Revenge is a pervasive theme in mythology, with numerous heroes and heroines seeking to avenge their downfall. In many ancient cultures, revenge and justice were closely linked, and seeking revenge was believed to be a necessary means of divine retribution to right a wrong and create a sense of closure. Revenge was often portrayed as a way to restore honor and dignity to individuals or communities who had suffered a loss, and it was seen as a way to maintain balance and order in the world.
Ancient myths often depicted characters who sought revenge by changing their sex, which was a fascinating concept. The battlefield was the playground of men and mostly excluded women. As men held power and dominance on the battlefield, women chose to become men to seek revenge.
The tale of Shikhandi, also known as Shihandini, is an enduring legend in Indian history. In the epic Mahabharata, Bhishmpitamaha abducted Princess Amba to marry his stepbrother. However, the stepbrother refused to marry her as she was already in love with someone else. Amba’s lover, in turn, refused to accept her, seeing her as someone else’s property. Faced with social ostracism and humiliation, Amba pleaded with Bhishmpitamah to marry her and save her honor. Bhishmpitamah refuses to marry her because of his celibacy vow, which leaves Amba with no choice but to seek revenge.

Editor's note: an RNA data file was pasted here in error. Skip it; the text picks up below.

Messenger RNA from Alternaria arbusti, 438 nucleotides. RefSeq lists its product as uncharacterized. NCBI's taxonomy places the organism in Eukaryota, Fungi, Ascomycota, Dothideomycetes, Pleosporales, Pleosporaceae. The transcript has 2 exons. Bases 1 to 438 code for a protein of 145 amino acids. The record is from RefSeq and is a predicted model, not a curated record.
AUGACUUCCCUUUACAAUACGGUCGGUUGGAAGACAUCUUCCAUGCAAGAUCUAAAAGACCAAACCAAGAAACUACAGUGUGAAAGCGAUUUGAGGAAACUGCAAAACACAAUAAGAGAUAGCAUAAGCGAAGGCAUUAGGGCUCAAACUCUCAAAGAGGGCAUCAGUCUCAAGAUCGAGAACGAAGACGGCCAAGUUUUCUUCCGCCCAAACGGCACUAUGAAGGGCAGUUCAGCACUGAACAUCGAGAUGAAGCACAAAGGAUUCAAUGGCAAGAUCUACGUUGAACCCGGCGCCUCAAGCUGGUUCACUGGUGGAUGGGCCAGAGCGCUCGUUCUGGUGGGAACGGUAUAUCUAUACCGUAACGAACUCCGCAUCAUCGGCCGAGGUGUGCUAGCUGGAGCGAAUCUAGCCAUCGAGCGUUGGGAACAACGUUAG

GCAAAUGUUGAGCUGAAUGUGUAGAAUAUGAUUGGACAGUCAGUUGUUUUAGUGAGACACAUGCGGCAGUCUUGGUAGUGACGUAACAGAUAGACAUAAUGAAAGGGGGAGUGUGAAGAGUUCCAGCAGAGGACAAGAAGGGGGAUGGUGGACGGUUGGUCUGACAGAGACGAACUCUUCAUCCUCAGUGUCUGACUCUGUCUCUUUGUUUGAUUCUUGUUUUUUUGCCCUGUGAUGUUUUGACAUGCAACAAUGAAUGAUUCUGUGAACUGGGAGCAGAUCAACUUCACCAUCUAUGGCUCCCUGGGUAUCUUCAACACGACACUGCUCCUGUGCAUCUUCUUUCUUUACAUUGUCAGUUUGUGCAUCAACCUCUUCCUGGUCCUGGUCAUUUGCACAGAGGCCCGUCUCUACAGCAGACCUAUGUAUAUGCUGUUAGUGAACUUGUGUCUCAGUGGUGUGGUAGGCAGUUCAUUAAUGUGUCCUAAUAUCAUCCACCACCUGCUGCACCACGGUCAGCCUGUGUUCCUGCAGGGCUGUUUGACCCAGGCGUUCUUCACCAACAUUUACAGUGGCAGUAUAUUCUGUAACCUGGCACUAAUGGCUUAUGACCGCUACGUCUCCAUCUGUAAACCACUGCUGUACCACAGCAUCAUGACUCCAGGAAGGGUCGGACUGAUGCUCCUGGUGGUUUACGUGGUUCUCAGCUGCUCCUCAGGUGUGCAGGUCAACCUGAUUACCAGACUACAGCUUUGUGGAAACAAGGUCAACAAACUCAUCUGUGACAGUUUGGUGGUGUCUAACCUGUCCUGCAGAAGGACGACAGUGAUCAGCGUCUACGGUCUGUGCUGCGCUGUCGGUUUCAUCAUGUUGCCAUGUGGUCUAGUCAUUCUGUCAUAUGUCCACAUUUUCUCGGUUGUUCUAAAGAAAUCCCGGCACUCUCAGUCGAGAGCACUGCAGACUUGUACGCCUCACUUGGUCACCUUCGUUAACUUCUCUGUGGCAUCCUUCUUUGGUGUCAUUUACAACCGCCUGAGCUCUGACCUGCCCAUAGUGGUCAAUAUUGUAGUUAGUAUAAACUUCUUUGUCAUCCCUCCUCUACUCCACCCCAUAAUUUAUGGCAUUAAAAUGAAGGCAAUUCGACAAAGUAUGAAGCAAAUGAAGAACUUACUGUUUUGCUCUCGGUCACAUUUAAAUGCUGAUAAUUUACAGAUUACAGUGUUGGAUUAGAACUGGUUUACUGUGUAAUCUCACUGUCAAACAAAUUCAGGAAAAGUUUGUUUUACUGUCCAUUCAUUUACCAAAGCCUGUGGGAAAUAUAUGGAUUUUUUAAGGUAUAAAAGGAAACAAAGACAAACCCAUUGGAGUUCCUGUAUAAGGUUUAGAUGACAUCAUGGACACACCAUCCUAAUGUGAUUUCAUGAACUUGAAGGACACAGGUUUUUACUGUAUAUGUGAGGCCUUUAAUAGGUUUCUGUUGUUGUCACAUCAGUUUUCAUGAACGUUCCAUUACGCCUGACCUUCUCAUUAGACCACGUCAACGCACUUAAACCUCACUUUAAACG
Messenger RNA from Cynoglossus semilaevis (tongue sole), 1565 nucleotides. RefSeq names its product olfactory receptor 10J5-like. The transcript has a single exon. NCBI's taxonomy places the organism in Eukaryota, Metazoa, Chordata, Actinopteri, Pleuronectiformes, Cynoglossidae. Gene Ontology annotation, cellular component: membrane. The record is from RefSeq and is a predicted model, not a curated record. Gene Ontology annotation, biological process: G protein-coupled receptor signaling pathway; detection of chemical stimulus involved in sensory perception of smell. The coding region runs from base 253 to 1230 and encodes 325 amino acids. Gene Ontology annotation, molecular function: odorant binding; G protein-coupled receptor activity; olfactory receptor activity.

Amba underwent severe penance and prayed to Lord Shiva to be reborn as a man so that she could defeat Bhishmpitamah. As a result of her penance, Amba was reborn as Shikhandi, and in the final battle of the Mahabharata, she played a significant role in Bhishmpitamah’s downfall. When Bhishmpitamah saw Shikhandi in battle, he realized that she was a woman reborn as a man. Therefore, Bhishma Pitamah refrained from attacking Shikhandi because, due to the ancient war code, men did not fight against women. Arjuna took advantage of the situation and shot arrows at him from behind Shikhandi’s back. People celebrate the tale of Shikhandi for its exploration of gender identity, revenge, and the pursuit of justice.
In Greek mythology, the story of Caeneus is another example of changing one’s sex to seek revenge. Poseidon raped Caenis, a woman and then granted her wish to become invulnerable to avoid such harm in future. Caenis changed her name to Caeneus after the transformation, and as a man, he became a fierce warrior known for his strength and invincibility. The story of Caeneus’ change of sex demonstrates the lengths individuals were willing to go to seek revenge and highlights the complex intersections of gender identity and power dynamics in ancient mythology.
Overall, the themes of revenge and gender identity in mythology provide a glimpse into the values and beliefs of ancient cultures and offer insights into how these cultures understood justice, power, and identity.